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CFL Colts corral a clever coach


If Baltimore fields a team in the Canadian Football League this summer, it can count on one thing: the unpredictable.

That covers everything from the novelty of a new game to the mental gyrations of an enterprising head coach.

Meet Don Matthews, coach of the would-be Colts, one of the CFL's most innovative minds. He's not kidding when he says he runs a wide-open offense, even by CFL standards.

This is a man who launched his head coaching career with an onside kick, who once ordered a pass off a double reverse from his own goal line, who once used a play that called for three rugby-like laterals out of punt formation.

This is a man not afraid to take risks.

Matthews, introduced yesterday at a down town hotel as the first coach of Baltimore's prospective CFL expansion team, has a solid track record for unpredictability and for winning.

"We're willing to take chances to win the game," said Matthews, who signed a three-year contract Sunday with options for three additional years. "But we don't do it just to do it. We think it out. When we do it, we expect big plays."

That's his "living on the edge" philosophy, a mind-set that helped him turn around three losing programs in the CFL and produce playoff teams almost immediately.

In another time and place, Matthews, 54, might have been a pioneer pushing west, said Adam Rita, offensive coordinator with the Edmonton Eskimos and a Matthews disciple.

"I see him as one of the guys sitting in a bar in St. Louis, Mo., in the 1700s, saying, 'I'm tired of this place. Let's go find new worlds,' " Rita said from Edmonton.

"He's the kind of guy I picture pulling up stakes, settling the west. He's the kind of guy who would have gone up in space without a window. You've got to admire a guy like that."

The admiration started with the British Columbia Lions' opening kickoff in 1983, when Matthews was a first-year head coach who had just given Rita his first coaching job.

"It was the first game at brand-new B.C. Place, with 58,000 there," said Rita, "and he opens his career as head coach with an onsides kick. And we got it, too."

Mervyn Fernandez, who later played for the Los Angeles Raiders, pulled down the pooch kick in stride and carried it inside the opponents' 10-yard line. A touchdown followed; it was the start of something special.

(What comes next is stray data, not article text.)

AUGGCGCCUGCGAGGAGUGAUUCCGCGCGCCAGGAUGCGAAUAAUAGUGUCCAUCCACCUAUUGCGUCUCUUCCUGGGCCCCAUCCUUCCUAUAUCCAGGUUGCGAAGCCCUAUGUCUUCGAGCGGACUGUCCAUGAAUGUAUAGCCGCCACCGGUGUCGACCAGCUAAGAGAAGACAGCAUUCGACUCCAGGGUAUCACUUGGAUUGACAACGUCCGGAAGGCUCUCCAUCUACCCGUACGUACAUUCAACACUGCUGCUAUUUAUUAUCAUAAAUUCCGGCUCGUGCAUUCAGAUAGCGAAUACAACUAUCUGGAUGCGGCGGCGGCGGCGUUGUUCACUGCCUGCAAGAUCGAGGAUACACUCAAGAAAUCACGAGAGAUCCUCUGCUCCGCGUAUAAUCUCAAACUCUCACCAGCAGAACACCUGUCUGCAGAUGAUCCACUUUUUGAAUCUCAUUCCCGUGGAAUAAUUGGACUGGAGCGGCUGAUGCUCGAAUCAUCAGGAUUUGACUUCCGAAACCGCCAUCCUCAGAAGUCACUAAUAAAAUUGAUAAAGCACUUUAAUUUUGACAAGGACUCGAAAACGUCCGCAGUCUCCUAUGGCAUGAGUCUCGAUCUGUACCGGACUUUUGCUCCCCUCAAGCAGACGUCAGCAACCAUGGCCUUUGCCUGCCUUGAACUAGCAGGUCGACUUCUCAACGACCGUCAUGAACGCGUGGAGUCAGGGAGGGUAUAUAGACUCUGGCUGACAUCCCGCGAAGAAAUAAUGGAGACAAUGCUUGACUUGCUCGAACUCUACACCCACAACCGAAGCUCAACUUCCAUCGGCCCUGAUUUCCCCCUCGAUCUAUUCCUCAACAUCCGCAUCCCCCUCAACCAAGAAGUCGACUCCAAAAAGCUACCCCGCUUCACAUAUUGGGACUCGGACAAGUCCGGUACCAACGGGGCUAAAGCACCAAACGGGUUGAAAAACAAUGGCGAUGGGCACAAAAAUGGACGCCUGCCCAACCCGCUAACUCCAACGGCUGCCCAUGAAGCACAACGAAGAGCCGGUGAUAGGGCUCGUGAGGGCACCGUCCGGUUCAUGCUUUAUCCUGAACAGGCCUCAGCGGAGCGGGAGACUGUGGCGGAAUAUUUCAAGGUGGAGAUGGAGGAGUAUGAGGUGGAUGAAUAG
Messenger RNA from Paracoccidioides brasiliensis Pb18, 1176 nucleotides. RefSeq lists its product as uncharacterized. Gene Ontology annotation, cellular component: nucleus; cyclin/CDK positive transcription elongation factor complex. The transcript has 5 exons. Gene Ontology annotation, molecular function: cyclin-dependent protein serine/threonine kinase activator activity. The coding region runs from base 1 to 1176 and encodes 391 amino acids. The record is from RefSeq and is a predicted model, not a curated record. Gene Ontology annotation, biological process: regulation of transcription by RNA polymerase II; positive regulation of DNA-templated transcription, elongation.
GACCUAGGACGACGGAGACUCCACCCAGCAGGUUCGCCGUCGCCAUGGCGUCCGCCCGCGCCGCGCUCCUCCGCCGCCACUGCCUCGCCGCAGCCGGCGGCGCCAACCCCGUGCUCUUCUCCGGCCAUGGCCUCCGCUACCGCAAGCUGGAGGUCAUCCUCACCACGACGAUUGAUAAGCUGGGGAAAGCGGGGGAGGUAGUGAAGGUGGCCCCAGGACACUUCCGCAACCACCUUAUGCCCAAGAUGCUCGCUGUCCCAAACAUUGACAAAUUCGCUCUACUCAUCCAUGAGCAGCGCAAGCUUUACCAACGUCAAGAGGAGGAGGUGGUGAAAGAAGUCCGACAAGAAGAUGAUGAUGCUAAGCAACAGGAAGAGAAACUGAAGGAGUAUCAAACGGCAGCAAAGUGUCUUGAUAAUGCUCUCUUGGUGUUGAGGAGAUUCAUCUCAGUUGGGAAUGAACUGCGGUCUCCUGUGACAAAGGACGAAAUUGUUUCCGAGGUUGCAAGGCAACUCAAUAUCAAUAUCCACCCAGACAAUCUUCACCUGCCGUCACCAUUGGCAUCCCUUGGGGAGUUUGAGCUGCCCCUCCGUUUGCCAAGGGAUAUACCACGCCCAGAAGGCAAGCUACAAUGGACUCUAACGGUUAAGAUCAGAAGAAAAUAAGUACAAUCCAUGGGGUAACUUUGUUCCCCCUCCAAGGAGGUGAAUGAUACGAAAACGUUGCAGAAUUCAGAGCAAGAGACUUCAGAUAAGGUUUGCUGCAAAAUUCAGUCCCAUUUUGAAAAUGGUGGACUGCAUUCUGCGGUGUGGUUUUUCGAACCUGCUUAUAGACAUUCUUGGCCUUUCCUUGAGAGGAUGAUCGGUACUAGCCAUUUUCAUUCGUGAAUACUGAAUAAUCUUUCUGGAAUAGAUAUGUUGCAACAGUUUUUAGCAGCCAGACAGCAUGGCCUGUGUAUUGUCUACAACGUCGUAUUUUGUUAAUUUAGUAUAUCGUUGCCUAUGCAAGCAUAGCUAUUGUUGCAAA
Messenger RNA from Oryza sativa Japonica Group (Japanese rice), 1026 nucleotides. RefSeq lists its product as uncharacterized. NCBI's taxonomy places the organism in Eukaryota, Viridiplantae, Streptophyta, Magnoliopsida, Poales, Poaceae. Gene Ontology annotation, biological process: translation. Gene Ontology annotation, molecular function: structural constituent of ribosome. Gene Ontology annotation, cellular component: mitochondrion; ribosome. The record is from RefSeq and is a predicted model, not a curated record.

Under their rookie head coach, the Lions, who were a fourth-place team in 1982, went to the Grey Cup in 1983. They lost there to the Toronto Argonauts, but came back two years later to win the title against the Hamilton Tiger-Cats.

In 1987, with four straight playoff appearances under his belt, Matthews was fired in a front-office shake-up. A new general manager did the firing with two games left and the Lions at 8-6.

Matthews resurfaced at Toronto in 1990, where the Argos were coming off a 7-11 season. Under Matthews, they went 10-8 and reached the Eastern Division final.

After a year coaching the Orlando Thunder in the World League of American Football in the summer of 1991, Matthews was recruited in mid-CFL season to coach the Saskatchewan Roughriders. They were 1-6 at the time. They went 5-6 under Matthews, then 9-9 for a playoff berth in 1992. Last season they were 11-7 before losing an opening-round playoff game.

Matthews has a regular-season record of 91-53-1 in nine CFL seasons.

When he resigned his job in Saskatchewan in late December, it was with the intention of joining Jim Speros, the Virginia businessman trying to put a CFL team in Baltimore. Matthews took advantage of an escape clause in his contract to leave. Although he had time left on his contract, it was not an acrimonious split, said Alan Ford, general manager of the Roughriders.

"He did a good job for us, no question," Ford said. "We had 11 wins this season, and we hadn't won 11 since 1988. There was no problem [with him] on this end."

Speros, who expects a decision next week from the city on a lease to play in Memorial Stadium this July, said Matthews was his first choice.

"He relates to his players well, he's got an excellent track record,he's been in a start-up situation before, he's done things a lot of guys never conquered," Speros said. "He showed me what I was looking for. He'll get people fired up and excited about football."

Said Matthews: "We're not trying to compete with the NFL. Our product is different. It has its own value, it's own excitement."

And its own unpredictability.


PFYear.. .. .. .Team.. .. .. .. .. ..Record.. .. .. Postseason/comment

1983.. .. .. British Columbia.. .. 11-5-0 .. .. ..Lost Grey Cup

1984.. .. .. British Columbia .. ..12-3-1 .. .. ..Lost West final

1985.. .. .. British Columbia .. ..13-3-0 .. .. ..Won Grey Cup

1986.. .. .. British Columbia .. ..12-6-0 .. .. ..Lost West final

1987.. .. .. British Columbia .. .. 8-6-0 .. .. ..Fired in October

1990.. .. .. Toronto .. .. .. .. ..10-8-0 .. .. ..Lost East final

1991.. .. .. Saskatchewan .. .. ... 5-6-0 .. .. ..Hired in August

1992.. .. .. Saskatchewan .. .. .. .9-9-0 .. .. ..Lost West final

1993.. .. .. Saskatchewan .. .. ...11-7-0 .. .. ..Lost West semifinal

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